Flood Sucker

Properly Described, this is a Flood Water Suction Bag.

An expanding rubber bag (more fun with wheel inner tubes?), that is deployed upon excess ground water caused by flooding, where it floats on the surface, and sucks up the water through tubes in the bottom until the bag is full, so that the water is gathered and stored in manageable quantities as effective solid blocks, where, like my idea of the Ice block flood buster, they can be stacked, and arranged to remove the water from areas where it would do damage to the soil or ground, and even be used to construct flood barriers against the water you cannot cope with by this method alone.
 
Only here, no expensive freezing or pumping equipment is required, just the initial effort to compress each bag flat before use, buy means of a couple of guys, or other suitable applied weight squashing the top and bottom together to collapse the bag, where it is locked in place ready for deployment, when it is released.

Each one is comprised of the aforementioned top, and bottom rectangular frame pieces (1a), made of tough rigid plastic (recycled?), which enclose, and are bonded to, the rubber bag (1b+1c), which is the part which expands, and contains the water. By expelling the air from within when collapsing the bag ready for use, a vacuum is created within, until either air, or water replaces it.

The suction is achieved by means of the internal end, or corner pillars of suitably flexible, bendy, and springy material (1i), being bent double internally through the compression, but these naturally want to spring back to their natural form of being entirely straight pillars which define the upright edges or sides of the fully expanded bag.

When on the water, with the open tubes, like straws, in the bottom in contact with the water (1ii), the central locking wedge thing (3), which has held the two ends together, and the bag compressed, is released, and the bag begins to expand (2 (with cutaway sections in red, to show the water filling inside)), with the force of these internal corner pillars straightening out forcing the bag open, sucking in the water.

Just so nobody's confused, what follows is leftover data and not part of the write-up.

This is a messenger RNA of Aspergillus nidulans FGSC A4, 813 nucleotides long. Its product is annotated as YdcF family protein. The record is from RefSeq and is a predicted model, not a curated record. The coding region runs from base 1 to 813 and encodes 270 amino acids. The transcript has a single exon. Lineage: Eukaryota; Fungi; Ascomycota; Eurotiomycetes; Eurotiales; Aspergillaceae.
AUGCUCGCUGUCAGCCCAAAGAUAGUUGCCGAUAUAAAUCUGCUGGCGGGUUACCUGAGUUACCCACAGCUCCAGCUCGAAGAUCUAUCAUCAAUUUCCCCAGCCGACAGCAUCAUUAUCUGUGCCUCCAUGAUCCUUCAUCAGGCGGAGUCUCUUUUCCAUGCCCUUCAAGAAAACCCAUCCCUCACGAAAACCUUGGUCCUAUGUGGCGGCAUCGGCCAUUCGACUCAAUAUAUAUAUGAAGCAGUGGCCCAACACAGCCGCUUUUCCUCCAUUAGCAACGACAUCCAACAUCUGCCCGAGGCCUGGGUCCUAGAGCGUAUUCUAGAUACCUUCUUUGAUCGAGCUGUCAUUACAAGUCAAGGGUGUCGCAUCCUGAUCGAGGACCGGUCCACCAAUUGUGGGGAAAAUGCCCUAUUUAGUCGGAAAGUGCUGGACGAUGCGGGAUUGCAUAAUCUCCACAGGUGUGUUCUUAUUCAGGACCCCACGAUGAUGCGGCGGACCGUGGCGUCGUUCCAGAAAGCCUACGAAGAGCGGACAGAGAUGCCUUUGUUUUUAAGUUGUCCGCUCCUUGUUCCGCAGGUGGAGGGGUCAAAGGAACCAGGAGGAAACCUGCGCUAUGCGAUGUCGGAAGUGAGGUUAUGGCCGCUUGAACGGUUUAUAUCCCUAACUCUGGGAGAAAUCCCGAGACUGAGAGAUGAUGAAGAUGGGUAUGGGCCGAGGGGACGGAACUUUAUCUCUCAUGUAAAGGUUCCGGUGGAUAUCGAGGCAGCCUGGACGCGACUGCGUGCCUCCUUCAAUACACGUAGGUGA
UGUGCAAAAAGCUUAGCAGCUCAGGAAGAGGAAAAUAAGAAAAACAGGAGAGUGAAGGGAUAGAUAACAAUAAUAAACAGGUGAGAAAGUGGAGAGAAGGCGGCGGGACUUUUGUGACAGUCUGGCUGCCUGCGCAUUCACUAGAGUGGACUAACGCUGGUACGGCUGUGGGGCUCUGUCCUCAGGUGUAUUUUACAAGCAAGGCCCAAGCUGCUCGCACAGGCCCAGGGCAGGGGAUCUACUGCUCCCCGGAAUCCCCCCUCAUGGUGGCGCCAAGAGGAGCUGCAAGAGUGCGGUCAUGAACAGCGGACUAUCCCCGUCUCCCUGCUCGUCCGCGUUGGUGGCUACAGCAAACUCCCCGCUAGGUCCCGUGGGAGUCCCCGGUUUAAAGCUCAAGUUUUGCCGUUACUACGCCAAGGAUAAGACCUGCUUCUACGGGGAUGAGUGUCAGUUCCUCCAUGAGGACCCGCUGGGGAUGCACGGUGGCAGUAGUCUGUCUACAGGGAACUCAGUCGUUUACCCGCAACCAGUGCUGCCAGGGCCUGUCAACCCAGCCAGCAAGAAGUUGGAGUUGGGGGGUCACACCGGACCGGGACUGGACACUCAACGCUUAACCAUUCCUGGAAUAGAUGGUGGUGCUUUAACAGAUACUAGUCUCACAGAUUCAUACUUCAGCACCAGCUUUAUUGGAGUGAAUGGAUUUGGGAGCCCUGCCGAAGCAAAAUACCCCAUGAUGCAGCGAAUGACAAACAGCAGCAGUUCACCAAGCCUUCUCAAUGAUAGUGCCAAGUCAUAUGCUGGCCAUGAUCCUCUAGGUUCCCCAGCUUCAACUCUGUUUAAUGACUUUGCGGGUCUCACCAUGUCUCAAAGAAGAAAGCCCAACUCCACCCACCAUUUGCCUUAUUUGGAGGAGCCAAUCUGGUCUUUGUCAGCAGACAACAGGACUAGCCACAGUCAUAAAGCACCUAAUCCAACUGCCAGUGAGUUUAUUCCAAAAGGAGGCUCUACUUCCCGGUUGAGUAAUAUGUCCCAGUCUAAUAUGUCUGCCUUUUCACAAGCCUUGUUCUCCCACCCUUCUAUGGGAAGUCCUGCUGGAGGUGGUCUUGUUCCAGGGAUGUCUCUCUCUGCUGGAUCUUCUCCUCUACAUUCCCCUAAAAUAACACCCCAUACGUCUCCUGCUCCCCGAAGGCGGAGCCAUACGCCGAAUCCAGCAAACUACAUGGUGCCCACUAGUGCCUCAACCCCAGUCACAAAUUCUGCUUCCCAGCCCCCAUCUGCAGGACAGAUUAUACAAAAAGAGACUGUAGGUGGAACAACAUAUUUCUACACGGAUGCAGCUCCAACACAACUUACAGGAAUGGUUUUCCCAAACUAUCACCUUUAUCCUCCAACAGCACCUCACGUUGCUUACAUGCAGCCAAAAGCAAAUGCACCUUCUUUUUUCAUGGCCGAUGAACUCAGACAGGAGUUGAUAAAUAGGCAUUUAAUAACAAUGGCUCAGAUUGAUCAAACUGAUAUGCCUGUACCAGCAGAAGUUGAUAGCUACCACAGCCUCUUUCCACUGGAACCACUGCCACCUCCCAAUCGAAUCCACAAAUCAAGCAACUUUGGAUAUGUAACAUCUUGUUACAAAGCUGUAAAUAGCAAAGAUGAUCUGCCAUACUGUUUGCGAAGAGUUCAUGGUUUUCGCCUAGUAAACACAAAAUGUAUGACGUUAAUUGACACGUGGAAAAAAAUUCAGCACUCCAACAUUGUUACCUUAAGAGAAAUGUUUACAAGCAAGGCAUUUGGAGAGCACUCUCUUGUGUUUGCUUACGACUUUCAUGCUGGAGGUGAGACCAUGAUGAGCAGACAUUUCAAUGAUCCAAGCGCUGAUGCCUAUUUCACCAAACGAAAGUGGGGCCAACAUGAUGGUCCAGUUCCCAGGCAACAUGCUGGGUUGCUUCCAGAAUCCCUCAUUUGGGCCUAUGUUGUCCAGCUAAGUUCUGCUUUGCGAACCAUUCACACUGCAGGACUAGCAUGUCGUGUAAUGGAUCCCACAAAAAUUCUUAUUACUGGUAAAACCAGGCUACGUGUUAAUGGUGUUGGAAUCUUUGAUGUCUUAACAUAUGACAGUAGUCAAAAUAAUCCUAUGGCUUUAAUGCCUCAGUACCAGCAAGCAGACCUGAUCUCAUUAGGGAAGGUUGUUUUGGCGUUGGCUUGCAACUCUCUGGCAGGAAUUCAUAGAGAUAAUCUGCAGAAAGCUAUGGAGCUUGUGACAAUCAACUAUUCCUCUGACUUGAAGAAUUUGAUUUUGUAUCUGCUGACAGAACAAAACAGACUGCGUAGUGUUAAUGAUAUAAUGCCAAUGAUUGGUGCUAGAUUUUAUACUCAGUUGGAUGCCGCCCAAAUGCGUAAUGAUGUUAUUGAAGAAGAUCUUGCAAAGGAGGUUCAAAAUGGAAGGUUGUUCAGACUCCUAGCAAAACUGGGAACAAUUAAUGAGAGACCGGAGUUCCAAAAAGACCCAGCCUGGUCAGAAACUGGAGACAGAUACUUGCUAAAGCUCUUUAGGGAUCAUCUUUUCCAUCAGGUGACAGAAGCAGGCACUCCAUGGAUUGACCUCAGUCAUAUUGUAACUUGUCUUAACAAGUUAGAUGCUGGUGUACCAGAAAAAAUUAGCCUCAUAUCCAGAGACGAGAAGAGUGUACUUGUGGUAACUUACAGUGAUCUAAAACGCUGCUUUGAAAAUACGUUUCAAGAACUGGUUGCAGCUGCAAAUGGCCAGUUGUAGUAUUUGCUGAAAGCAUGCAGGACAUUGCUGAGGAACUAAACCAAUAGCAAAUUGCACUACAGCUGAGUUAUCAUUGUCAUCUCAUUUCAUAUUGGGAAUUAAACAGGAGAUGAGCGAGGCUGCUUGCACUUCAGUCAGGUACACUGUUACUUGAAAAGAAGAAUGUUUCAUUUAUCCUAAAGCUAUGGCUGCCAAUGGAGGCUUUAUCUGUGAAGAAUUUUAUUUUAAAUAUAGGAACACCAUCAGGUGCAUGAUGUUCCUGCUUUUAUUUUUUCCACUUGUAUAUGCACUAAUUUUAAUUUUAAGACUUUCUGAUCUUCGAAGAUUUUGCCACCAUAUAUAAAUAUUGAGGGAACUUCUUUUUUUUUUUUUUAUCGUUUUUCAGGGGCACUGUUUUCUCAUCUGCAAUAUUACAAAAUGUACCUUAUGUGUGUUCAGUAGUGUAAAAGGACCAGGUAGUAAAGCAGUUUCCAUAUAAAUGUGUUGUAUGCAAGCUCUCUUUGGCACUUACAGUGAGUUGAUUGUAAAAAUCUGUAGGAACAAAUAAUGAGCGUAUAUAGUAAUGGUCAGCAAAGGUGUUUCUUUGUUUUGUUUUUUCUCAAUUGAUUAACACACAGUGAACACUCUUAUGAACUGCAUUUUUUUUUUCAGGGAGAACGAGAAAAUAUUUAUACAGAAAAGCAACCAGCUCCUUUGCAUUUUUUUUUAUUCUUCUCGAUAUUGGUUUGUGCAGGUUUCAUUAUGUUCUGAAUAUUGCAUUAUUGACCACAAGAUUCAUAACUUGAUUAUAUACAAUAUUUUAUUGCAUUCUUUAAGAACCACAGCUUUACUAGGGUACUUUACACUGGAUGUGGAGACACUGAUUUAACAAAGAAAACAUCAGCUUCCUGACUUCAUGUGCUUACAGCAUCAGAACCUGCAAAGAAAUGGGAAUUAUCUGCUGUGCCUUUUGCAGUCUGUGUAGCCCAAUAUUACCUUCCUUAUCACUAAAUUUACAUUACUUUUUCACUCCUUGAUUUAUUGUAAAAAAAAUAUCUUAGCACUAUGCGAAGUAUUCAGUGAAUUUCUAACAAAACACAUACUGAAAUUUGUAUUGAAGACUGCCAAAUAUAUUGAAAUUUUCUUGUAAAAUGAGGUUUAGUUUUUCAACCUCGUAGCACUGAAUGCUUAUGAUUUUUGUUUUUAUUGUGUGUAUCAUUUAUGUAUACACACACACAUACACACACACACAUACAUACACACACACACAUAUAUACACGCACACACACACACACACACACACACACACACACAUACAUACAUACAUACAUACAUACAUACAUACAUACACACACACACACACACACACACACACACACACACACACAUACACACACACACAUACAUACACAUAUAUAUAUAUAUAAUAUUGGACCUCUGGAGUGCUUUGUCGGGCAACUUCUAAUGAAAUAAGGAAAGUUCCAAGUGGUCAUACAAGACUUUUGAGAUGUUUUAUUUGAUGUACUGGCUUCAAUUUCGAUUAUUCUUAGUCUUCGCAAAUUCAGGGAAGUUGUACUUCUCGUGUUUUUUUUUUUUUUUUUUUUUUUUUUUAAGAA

As the bag begins to fill, the sideways force of the now internal water accumulates to assist the rectification of the pillars, and the full expansion of the bag, allowing it to fill with water more, over the level of the external flood water (3i), until the bag presents the appearance of a solid block of contained water, as a solid body. This means that the bag sinks as it fills, until it comes to rest on the bottom (3ii), that is, on the field or ground you want cleared of water, where it then stays due to this now single body of water being heavy enough to resist the external forces of the flood water around it, of which it is now a separate entity.

If each bag can expand to five times it's compressed dimensions, then a lorry load of these compressed bags can collectively store five times the volume of the lorry trailer it came on, which, when considered in terms of a farmer's field being covered in about a foot deep of water, then with bags that can each expand to being four feet high, by four feet long, and six feet deep, a lorry load ought to be able to clear an entire farm's worth of fields in terms of affected area.

Just throw them on the water, release the lock, and let them suck up all the water by themselves!

When you come back you will have a scattering of blocks of contained water, and the rest of the field/ ground free of flooding.

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badfaith

badfaith

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